By spending time somewhere, by not leaving after a semester or a year, I was able to get more comfortable. I would actually begin to make friends and scope out the positives among the negatives. Around my second or third college, I started to understand that no school or place would ever be perfect. It would be impossible for me to live a discomfort-free life because discomfort is inevitable, and necessary.

In my adult life, I’ve stuck out jobs that weren’t great, taken on assignments I didn’t enjoy, and worked with high-maintenance freelance clients I wanted to drop but didn’t. I have also stayed in romantic relationships despite occasional conflict and imperfections. I credit much of this to the lessons I learned by being the “anywhere but here” girl for so long. Sometimes, you have to stay in unpleasant situations to get through to something good. Or, at the very least, to fulfill an obligation and make a living.

However, even as an adult, I found myself seriously considering transferring graduate schools. It was a decision that tore me apart. I wanted to be someone who stuck things out, and I knew that the problem might not be the school, but me. After weighing all of the information I had, I chose to take my chances on a transfer. I didn’t want to let the fact that I’d transferred schools so many times before cause me to stay at one that simply wasn’t working for me. I tried not to feel like I was quitting, but rather that I was choosing a better situation for myself. Now that I’ve graduated, I’m fairly confident that I made the right decision. Once again, I ended up where I needed to be.

It can be hard to know when to stay or when to quit. It’s something I continue to struggle with when faced with a less-than-ideal situation. Our society has a very strong “stick with it” attitude that discourages and punishes quitting. Being called a “quitter” is an insult. It’s perceived as being far nobler to stay and fix things than leave and try your luck elsewhere.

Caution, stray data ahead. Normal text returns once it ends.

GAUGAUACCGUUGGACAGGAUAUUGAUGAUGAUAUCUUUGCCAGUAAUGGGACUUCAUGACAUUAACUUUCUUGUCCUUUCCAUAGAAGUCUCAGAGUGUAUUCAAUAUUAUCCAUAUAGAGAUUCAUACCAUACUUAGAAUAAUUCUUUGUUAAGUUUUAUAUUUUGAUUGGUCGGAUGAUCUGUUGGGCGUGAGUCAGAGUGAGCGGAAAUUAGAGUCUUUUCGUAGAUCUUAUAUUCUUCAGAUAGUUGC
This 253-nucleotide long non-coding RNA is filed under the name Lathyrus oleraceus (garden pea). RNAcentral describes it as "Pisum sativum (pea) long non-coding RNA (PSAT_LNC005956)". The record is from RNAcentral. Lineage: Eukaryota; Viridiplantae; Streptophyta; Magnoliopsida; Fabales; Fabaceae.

However, I personally believe that there’s a time and place where quitting is the best option. You don’t want to stick out a truly bad situation, one that will never get better no matter who you are or what you do. And you absolutely should not accept a situation where you are being mistreated. But if you can make a change in yourself, if you can learn to accept the negatives and build up the positives, it’s worth sticking around and seeing if a situation can get better. Sometimes, it’s not them. It’s you.

Alana Saltz is a writer and freelance editor living in Los Angeles. Her essays have been published on Role/Reboot, Writing Forward, The Urban Dater, and forthcoming on The Manifest-Station. She has an MFA in Writing from Antioch University Los Angeles and recently completed a memoir. You can visit her website at alanasaltz.com or follow her on Twitter @alanasaltz.

(Image via Clare Mallison.)